Bhawanipatna: After the death of six elephants due to septicemia in Karlapat wildlife sanctuary in Kalahandi district within 14 days, the Forest department is on its toes.
At the same time, fears of septicemia spreading in nearby human settlements has become a cause of concern for locals and the healthcare authorities, a report said.
Most of the jumbo casualties were found near water bodies. Health officials say consumption of creek and stream water may trigger the spread of septicemia among people in the locality.
Now, the Health department has started organising health camps in peripheral villages. Apart from health check-ups, the officials are making people aware about not using the creek water to prevent septicemia that has reportedly claimed lives of six elephants in a short span.
Meanwhile, a team of health officials has collected samples of water from a nullah where elephants were found dead, said CDMO Pratap Kumar Behera.
“Consumption of the creek water may cause septicemia in humans. So, people are being sensitised about the possible health hazard,” he added. According to the 2018 census, the sanctuary had played host to 17 elephants.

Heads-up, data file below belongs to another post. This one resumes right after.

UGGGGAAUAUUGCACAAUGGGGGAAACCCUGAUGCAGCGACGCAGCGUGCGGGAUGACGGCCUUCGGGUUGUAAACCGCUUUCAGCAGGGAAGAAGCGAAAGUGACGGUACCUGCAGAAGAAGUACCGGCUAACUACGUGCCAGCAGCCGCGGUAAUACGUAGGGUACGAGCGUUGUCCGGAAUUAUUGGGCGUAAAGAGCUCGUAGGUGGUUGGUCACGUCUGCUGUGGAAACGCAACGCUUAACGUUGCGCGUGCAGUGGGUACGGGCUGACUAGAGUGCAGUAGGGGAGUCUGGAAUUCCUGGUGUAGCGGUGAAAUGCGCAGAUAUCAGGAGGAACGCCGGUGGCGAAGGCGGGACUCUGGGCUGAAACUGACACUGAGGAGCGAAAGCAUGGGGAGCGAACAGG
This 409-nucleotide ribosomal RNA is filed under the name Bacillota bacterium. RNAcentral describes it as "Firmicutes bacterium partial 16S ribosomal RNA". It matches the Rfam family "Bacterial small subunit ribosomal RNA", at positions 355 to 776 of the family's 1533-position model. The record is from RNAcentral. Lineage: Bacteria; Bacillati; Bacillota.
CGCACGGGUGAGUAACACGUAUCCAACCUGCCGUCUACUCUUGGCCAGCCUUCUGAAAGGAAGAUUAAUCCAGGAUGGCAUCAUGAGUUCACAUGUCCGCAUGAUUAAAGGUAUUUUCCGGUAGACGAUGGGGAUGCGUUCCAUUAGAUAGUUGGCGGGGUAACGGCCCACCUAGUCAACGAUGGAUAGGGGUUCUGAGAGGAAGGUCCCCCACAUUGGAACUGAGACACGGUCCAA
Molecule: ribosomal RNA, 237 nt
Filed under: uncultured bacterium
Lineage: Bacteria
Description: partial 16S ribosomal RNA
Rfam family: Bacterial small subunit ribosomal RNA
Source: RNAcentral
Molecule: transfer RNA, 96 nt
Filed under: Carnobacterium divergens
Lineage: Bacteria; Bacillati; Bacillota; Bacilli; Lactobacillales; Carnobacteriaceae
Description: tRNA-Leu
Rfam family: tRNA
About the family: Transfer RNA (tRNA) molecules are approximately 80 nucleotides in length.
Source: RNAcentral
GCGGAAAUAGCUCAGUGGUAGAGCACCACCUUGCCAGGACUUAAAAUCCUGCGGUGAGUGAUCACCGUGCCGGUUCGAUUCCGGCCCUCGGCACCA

Divisional Forest Officer (DFO) Kalahandi South Division Ashok Kumar and his team and veterinary doctors are camping in the area undertaking surveillance. The DFO has earlier confirmed, “The death of elephants is due to Hemorrhagic Septicemia (HS).”
However, the DFO said that there was no report of the death of other animals in the sanctuary and the cattle entering the forest from nearby villages.
Chief Minister Naveen Patnaik has asked the authorities to take immediate measures to stop the elephant fatalities in the sanctuary.
Notably, the sixth casualty was a female elephant, whose carcass was found near a water body, a couple of days ago. Earlier, four female pachyderms and a calf have died there since February 1.
The Chief Minister has directed the district administration of Kalahandi and the DFO to ensure vaccination of cattle in villages close to the sanctuary. All the water bodies in the sanctuary will be disinfected and water samples are being sent to laboratories for tests.
According to reports, there are at least 43 water bodies in the sanctuary of which 25 have been disinfected so far.